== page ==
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dance Review

A sparkling return for Onegin, the National Ballet’s crown jewel Add to ...

  • Written by John Cranko (choreography)
  • Company The National Ballet of Canada
  • Venue The Four Seasons Centre for the Performing Arts
  • City Toronto

The National Ballet of Canada has always worn the choreography of the late John Cranko like hand to glove. The revival of the master’s 1967 masterpiece Onegin earned the company an instantaneous standing ovation as the ballet proved once again that it is a jewel in the National’s crown.

The story ballet is based on a famous poem by Russian writer Alexander Pushkin. Naive country girl Tatiana (Xiao Nan Yu in Wednesday’s performance) writes a passionate love letter to the sophisticated Eugene Onegin (McGee Maddox), who rejects her affections out of hand.

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At Tatiana’s name-day celebrations, the irritated Onegin flirts with her sister Olga (Jillian Vanstone), which causes Olga’s fiancé Lensky (Evan McKie) to challenge him to a duel. Onegin kills Lensky.

Many years later, Onegin sees a sophisticated Tatiana, now married to Prince Gremin (Patrick Lavoie), at a ball. He then writes her a passionate love letter, and it is Tatiana’s turn to reject Onegin, despite the fact that she still has feelings for him.

Cranko’s choreographic brilliance is his ability to translate Pushkin’s characters and storyline into movement. He has given the lead dancers meaty roles they can sink their teeth into, while providing attractive ensemble pieces for the corps de ballet. Onegin is awash in both beauty and poignancy.

The ballet is anchored in key pas de deux, and it is the portrayal of these relationships that provide the emotional heart of the ballet.

Tatiana’s first meeting with Onegin, when Lensky brings him as a visitor to her home, establishes her infatuation and his indifference. Tatiana’s fevered imaginings in her bedroom as she writes the letter conjures up a young girl’s romantic dream duet with Onegin. The final passionate pas de deux shows both Tatiana’s love for Onegin and her denial of him. The other two important duets denote Tatiana’s tender regard for her husband Gremin, and Olga and Lensky’s warm and loving relationship.

The company was right on the mark in their performances.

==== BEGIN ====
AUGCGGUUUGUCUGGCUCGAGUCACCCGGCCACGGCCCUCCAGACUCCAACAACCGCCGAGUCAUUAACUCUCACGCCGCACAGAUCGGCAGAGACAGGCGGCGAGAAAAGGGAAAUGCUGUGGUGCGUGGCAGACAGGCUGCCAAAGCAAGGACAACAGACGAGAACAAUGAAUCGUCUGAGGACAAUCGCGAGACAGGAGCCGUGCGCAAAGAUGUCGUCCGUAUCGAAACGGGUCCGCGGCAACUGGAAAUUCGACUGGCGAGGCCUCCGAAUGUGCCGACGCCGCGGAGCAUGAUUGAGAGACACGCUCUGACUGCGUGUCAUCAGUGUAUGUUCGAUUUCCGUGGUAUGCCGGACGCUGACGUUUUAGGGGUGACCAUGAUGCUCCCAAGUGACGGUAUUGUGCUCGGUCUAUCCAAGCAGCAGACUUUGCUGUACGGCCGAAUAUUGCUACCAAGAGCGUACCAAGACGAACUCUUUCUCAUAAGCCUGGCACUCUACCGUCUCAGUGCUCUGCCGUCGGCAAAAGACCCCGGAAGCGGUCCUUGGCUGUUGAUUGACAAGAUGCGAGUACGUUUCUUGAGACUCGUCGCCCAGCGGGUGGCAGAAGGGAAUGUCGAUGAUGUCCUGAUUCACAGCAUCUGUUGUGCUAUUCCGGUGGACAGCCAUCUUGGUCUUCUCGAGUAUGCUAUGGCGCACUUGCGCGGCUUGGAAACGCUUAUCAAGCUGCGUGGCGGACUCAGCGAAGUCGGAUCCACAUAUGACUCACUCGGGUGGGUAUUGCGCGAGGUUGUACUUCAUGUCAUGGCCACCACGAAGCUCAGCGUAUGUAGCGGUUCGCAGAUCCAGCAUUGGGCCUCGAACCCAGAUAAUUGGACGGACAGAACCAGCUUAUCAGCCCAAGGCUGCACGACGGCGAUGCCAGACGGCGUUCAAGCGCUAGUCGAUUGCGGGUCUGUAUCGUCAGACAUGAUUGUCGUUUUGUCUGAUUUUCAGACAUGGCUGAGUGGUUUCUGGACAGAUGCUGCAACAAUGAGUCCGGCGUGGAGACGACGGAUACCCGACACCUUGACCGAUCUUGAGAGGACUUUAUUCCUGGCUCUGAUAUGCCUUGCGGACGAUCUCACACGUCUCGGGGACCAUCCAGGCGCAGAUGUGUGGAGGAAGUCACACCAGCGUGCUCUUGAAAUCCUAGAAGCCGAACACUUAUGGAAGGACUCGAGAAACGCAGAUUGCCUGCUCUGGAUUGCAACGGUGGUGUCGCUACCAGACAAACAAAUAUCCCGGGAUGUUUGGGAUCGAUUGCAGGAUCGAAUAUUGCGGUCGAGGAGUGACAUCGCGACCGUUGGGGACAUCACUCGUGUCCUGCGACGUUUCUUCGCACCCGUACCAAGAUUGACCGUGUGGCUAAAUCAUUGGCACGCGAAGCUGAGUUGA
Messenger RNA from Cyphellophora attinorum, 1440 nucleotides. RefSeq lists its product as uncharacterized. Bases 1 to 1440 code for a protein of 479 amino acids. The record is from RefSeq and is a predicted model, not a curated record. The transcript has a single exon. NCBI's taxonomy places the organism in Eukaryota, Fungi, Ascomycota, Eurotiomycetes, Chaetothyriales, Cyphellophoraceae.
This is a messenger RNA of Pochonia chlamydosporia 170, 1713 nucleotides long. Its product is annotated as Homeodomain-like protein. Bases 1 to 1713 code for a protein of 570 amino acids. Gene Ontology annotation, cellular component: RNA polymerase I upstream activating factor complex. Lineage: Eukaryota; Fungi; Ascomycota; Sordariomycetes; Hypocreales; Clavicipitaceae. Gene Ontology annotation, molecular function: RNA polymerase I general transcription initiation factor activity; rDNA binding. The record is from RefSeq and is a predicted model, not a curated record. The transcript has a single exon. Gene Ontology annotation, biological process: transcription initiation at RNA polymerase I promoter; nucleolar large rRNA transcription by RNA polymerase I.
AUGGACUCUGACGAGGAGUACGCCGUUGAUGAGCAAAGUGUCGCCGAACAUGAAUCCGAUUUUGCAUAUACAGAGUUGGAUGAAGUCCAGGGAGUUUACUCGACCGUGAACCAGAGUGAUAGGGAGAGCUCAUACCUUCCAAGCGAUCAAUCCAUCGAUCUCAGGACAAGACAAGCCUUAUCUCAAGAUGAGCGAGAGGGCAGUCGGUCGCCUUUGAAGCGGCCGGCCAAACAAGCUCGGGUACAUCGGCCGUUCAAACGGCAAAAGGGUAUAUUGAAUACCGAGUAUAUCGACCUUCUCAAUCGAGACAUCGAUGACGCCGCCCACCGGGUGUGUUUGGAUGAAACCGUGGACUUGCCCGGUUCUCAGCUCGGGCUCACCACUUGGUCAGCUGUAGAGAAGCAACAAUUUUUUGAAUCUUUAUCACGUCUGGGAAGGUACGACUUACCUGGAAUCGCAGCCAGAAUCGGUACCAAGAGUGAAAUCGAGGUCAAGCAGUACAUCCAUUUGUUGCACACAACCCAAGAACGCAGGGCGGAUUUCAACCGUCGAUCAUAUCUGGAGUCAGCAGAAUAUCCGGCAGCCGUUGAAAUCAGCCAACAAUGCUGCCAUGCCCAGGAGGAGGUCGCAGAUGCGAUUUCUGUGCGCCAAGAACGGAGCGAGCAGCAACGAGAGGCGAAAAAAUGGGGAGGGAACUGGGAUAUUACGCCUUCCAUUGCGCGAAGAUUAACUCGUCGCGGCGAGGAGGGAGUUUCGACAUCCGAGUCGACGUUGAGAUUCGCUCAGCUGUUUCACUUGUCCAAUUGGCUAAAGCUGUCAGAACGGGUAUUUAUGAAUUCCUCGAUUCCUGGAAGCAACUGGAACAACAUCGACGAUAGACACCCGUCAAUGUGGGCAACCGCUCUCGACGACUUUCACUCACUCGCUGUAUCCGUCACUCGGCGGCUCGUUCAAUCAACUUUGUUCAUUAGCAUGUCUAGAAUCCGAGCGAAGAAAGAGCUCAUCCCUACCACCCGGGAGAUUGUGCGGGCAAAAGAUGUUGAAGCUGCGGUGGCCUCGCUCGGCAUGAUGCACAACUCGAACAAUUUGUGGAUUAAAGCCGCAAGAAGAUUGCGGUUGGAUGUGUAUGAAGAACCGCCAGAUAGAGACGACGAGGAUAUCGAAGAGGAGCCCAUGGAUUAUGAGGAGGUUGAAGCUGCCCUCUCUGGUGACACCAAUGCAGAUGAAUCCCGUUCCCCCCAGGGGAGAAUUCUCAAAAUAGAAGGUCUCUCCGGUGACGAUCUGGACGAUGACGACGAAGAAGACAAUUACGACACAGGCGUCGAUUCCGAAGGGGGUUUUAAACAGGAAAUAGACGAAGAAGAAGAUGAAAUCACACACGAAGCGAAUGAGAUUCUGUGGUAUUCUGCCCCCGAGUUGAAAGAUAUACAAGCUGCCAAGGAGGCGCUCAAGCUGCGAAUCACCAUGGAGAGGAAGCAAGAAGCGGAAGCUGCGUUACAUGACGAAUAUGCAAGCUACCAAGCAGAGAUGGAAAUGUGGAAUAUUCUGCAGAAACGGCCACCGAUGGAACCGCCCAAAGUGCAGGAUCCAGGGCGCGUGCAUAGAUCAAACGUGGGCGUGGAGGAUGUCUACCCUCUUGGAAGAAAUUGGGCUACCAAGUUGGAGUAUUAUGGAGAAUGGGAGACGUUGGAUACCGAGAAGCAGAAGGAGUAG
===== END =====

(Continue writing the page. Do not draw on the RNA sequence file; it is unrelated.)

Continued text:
Yu, as ever, is brilliant as Tatiana. Her every moment is believable as she makes the journey from a shy and retiring country girl to big-city sophisticate. Yu’s anguish in the finale is palpable.

Maddox having been given opening night once again points to him as a principal dancer in the making. His performance as Onegin is assured and polished, and he highlights every dramatic moment with aplomb.

Vanstone is adorable as the perky Olga, charming with Lensky, and flirtatious with Onegin. Her angst in the duel scene is a compete turnaround of her personality, which Vanstone conveys in convincing fashion.

Guest artist McKie is a Canadian-born member of the Stuttgart Ballet, where Cranko was once artistic director. Dancing Cranko is in his blood. His Lensky displays a clean technique and an easy stage presence, while rendering his character’s heartfelt sincerity.

Lavoie is a seasoned Gremin, and his maturity radiates throughout his performance. His prince is stately and elegant. And Alejandra Perez-Gomez and Lorna Geddes both perform their respective cameo roles as mother and nurse with grace.

Cranko did not use Tchaikovsky’s music from his opera Eugene Onegin. Instead, Kurt-Heinz Stolze pulled together a clever Tchaikovsky score from the composer’s lesser-known works. Guest conductor David LaMarche from American Ballet Theatre did stellar work in the pit as he and the orchestra filled the theatre with glorious sound.

On the negative side, James F. Ingalls’s lighting is still too dark in the dramatic scenes, and while I am warming up to Santo Loquasto’s 2010 redesign of the sets, his costumes remain bland and dull.

Onegin continues at Toronto’s Four Seasons Centre through the afternoon of March 23.

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